Sri Lanka has barred a Chinese ship carrying desperately needed organic fertilizer that experts have found to be tainted with harmful bacteria, officials said yesterday.
The ban comes as Sri Lanka battles food shortages caused by a currency crisis.
Farmers have said that a ban on chemical fertilizer could ruin their crops this year.
The office of Sri Lankan President Gotabaya Rajapaksa said that the Sri Lankan National Plant Quarantine Services had tested a sample from the unnamed Chinese vessel and “confirmed the presence of organisms, including certain types of harmful bacteria.”
The Sri Lankan Commercial High Court has banned any payment to Qingdao Seawin Biotech Group for the 96,000 tonnes of fertilizer, an official statement added.
Authorities halted the US$42 million deal last month, but reports said that the cargo had still been shipped and was due in Colombo. The location of the ship has not been revealed.
The Sri Lanka Ports Authority said that the Sri Lankan Ministry of Agriculture on Saturday ordered it to prevent the unloading of the fertilizer in any port and to turn away the Chinese vessel.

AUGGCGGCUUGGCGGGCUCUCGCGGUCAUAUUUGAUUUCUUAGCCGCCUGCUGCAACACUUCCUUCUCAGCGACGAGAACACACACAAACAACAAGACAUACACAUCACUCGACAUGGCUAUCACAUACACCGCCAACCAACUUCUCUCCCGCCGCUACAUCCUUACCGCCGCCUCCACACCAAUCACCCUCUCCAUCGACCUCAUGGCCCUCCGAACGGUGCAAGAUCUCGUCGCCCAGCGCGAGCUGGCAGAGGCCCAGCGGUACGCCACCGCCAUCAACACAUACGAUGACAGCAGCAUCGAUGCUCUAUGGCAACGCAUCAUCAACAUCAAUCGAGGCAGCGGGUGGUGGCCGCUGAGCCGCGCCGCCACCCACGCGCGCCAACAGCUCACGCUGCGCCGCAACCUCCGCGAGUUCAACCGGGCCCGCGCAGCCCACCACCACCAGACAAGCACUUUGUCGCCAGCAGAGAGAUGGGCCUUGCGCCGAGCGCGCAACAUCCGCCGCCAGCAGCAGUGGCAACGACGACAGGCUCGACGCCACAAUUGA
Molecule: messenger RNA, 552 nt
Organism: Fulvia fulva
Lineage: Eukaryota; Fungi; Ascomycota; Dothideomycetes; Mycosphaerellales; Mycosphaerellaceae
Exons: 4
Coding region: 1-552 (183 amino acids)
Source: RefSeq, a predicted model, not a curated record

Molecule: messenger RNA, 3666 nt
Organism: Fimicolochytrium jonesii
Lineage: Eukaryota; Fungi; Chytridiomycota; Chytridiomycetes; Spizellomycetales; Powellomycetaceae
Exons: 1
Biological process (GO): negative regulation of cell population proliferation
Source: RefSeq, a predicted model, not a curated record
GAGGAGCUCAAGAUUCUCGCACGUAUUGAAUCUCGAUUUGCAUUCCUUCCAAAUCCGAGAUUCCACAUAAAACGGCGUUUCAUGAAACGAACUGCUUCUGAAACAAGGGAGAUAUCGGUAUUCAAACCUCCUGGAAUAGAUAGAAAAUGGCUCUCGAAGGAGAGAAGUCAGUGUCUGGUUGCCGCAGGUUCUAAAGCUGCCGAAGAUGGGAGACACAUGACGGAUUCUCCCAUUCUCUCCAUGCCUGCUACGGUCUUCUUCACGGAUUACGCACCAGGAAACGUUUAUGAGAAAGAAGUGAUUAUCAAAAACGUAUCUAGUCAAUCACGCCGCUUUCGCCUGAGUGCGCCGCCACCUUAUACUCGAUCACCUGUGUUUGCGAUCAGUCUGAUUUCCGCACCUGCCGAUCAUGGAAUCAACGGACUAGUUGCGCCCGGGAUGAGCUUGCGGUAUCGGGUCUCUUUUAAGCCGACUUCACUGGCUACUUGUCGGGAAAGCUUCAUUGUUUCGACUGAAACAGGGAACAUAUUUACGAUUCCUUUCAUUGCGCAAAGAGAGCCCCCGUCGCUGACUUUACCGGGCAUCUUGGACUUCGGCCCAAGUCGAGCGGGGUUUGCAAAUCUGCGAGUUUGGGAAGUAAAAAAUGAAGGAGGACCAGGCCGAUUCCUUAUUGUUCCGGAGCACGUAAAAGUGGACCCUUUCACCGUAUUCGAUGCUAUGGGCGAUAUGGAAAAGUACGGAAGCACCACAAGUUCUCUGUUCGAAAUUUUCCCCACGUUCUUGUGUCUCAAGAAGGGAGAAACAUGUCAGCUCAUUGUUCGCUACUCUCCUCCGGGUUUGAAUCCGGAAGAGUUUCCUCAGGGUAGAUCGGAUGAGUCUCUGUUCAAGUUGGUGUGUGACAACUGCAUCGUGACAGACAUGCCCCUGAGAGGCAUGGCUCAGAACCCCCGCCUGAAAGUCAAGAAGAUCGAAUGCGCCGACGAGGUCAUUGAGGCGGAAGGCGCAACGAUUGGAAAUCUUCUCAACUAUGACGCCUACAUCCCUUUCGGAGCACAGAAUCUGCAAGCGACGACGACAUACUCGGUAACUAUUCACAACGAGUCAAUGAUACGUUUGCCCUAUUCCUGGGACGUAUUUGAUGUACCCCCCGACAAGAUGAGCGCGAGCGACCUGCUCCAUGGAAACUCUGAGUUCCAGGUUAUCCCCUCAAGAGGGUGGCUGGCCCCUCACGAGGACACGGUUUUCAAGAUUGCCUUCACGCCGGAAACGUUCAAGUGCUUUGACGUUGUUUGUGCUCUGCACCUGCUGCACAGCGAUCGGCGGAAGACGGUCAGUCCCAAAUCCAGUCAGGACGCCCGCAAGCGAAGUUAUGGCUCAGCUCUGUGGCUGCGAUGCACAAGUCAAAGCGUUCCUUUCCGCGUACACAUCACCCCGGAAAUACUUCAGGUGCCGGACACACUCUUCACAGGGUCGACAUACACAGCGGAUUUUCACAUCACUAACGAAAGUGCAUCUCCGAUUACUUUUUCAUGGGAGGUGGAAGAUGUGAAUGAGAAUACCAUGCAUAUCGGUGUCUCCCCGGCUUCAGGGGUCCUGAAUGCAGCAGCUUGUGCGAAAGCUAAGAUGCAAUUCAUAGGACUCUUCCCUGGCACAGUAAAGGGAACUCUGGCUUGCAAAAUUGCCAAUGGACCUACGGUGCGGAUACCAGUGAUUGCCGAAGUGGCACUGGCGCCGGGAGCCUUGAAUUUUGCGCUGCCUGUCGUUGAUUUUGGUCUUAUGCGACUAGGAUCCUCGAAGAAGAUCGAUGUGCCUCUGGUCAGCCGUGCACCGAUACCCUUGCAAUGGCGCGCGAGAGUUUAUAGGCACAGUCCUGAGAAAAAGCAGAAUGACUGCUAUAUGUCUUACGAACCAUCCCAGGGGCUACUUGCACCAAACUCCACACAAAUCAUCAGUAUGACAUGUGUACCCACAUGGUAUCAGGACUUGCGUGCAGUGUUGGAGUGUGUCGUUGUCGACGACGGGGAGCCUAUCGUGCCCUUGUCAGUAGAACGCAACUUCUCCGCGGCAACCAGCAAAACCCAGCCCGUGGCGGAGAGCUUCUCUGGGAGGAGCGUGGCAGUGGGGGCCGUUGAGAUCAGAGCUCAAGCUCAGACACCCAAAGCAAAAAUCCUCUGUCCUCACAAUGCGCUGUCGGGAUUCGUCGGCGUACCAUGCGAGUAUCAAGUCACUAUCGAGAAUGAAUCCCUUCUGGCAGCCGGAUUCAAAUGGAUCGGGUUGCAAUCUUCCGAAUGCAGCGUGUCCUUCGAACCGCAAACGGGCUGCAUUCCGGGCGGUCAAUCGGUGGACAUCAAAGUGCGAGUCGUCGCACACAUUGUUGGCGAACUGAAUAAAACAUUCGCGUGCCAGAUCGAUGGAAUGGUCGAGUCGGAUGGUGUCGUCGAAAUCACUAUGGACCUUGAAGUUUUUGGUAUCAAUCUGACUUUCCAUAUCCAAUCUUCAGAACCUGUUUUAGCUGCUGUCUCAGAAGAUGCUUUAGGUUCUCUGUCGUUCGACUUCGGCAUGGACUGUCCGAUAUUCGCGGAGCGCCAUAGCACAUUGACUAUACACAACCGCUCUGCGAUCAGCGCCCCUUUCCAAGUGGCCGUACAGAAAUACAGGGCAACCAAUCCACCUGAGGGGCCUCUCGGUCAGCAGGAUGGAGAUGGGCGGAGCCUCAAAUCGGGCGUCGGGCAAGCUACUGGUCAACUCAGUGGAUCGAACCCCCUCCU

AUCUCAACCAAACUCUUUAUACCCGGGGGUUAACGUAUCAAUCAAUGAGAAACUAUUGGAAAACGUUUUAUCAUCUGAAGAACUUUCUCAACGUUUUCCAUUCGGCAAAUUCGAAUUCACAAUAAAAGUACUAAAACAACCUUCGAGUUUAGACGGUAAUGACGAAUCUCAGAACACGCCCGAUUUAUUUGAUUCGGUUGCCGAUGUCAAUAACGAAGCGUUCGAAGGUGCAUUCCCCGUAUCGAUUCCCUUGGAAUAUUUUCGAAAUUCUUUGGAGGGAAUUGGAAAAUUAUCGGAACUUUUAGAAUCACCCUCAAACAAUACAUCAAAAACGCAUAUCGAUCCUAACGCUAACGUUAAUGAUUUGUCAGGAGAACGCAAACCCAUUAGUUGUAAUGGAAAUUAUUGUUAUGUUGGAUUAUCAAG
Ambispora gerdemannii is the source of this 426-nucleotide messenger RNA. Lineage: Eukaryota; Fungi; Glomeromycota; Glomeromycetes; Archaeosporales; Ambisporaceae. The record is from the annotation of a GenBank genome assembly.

Sri Lanka originally ordered the organic fertilizer from China as part of its efforts to become the world’s first fully organic farming nation.
The organic plant nutrients from China were meant to replace phased-out chemicals during the main rice cultivation season that started on Oct. 15.
Following widespread farmer protests that the abandoning of agrochemicals would critically hit yields, the Sri Lankan government last week lifted a ban on chemical fertilizer imposed in May.
It has since imported 30,000 tonnes of potassium chloride as fertilizer and about 3 million liters of nitrogen-based plant nutrients from India.
Farmers of tea — the main export commodity along with rice — have warned that crop yields could be halved without chemicals.
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